For a while, I was able to get away with “just a bite” of glutenous (yes, I made that a word) indulgences without the miserable nausea that wouldn’t just end with a simple puke…but that didn’t last long. Soon, I was that annoying girl at the restaurant asking if something contains gluten, then having to explain what it was, and then hearing, “No, I don’t think the fried chickpeas have any of that”… think being the operative word here that drove me CRAZY. So you’re hanging the likelihood of my hanging over a toilet half the night on your desire to avoid checking with the chef? Thanks, I appreciate your ignorance…I mean assurance.

Luckily, Austin became a safe haven for us, the gluten challenged. Eventually everything from gluten free fried chicken to gluten free donuts appeared on store aisles and restaurant menus.

But it did not protect me from the next wave of symptoms. The encircled GF by entrees and products did not mean healthy, so neither was I.

Finally, at some point a few years ago, I couldn’t eat anything without fear of nausea, or the kind of bloating that makes you want to stab your bursting belly with an ice pick. I remember eating a paleo, whole 30, #alltherestrictions meal of chicken, spinach, and sweet potato, then being in so much pain I may have cried. I felt completely defeated.

After researching for hours upon hours, I found the GAPS diet, or Gut And Psychology Syndrome. It was created by a neurologist with a masters in nutrition who created this way of eating for her clients, whose disorders ranged from ADHD to autism, depressed to schizophrenic. She found they all had something in common – unhealthy digestive systems. While my mental state was not my primary issue (despite recurring depression), it was obvious my gut was unhealthy.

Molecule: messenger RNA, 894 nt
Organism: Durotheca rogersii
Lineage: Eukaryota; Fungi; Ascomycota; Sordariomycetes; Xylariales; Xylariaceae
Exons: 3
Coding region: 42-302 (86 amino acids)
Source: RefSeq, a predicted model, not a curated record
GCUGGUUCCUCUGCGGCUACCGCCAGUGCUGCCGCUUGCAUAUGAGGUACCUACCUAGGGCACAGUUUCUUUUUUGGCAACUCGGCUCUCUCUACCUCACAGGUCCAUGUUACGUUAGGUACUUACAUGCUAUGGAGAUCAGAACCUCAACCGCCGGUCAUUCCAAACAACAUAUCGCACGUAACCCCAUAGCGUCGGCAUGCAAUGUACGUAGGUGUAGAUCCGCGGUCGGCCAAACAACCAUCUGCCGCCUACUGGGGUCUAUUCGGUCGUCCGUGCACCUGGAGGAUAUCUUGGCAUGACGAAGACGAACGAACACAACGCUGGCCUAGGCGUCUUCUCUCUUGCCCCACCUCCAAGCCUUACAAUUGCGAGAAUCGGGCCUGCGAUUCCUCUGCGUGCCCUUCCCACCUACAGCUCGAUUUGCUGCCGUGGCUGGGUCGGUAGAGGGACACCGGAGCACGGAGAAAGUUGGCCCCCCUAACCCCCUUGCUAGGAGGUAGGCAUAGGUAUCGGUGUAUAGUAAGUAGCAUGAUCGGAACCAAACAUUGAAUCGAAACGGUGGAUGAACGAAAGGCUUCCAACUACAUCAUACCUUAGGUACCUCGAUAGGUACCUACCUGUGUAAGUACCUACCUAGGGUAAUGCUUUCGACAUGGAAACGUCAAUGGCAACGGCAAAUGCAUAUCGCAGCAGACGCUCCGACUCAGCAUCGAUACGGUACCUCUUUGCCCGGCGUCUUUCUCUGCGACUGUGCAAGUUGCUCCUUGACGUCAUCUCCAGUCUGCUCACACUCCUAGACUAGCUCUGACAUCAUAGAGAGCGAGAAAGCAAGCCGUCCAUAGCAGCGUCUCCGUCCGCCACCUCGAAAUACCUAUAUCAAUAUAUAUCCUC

The first week was TERRIBLE. Like, can’t get out of bed terrible. But I finally, finally, had relief. It resolved my food intolerances to eggs, chicken, and nightshades, and eventually I could eat anything except gluten without reactions! It was my miracle diet.

These days, my chronic fatigue continues to hang over my life like a dark cloud, but when I’m watching my nutrition, I can celebrate being the healthiest I’ve ever been. I haven’t given up on finding total healing, but now I just focus on generally making healthy choices. I used to be obsessed with which diet is best, which food groups are evil, and which of the thousands of supplements I should take (you should see my collection!). It got to the point where it affected most of my close relationships because of arguments I would get into about drugs versus alternative medicine, whether my current diet was healthy or just a fad, or if it mattered using Tilex to clean the shower versus Mrs. Meyers. It had to end.

Now, I’m a lot better at picking my battles, finding that happy space between short term sanity and long term health. I try to choose 90% whole, unprocessed foods for my family (when my picky toddler lets me!), I work to use natural cleaning products in most areas, and I experiment with various natural and/or homemade beauty products. But! I don’t insist on primarily organic food, I had a hospital birth with an epidural, we give our daughter Motrin when she’s visibly in pain, and yes, I let my husband use Comet to clean the INSIDE of the toilet. That’s not how I wanted any of those things to go, but the stress of trying to control everything just isn’t worth it anymore. At what point is it too costly for my relationships and my sanity when I’m fighting tooth and nail for every health decision in our family? We had to meet in the middle.

That’s where I try to live now, finding what healthy feels like in my own body, and in our home. I let God and my husband help me figure out what that looks like. And praise Jesus, every year I get just a little closer.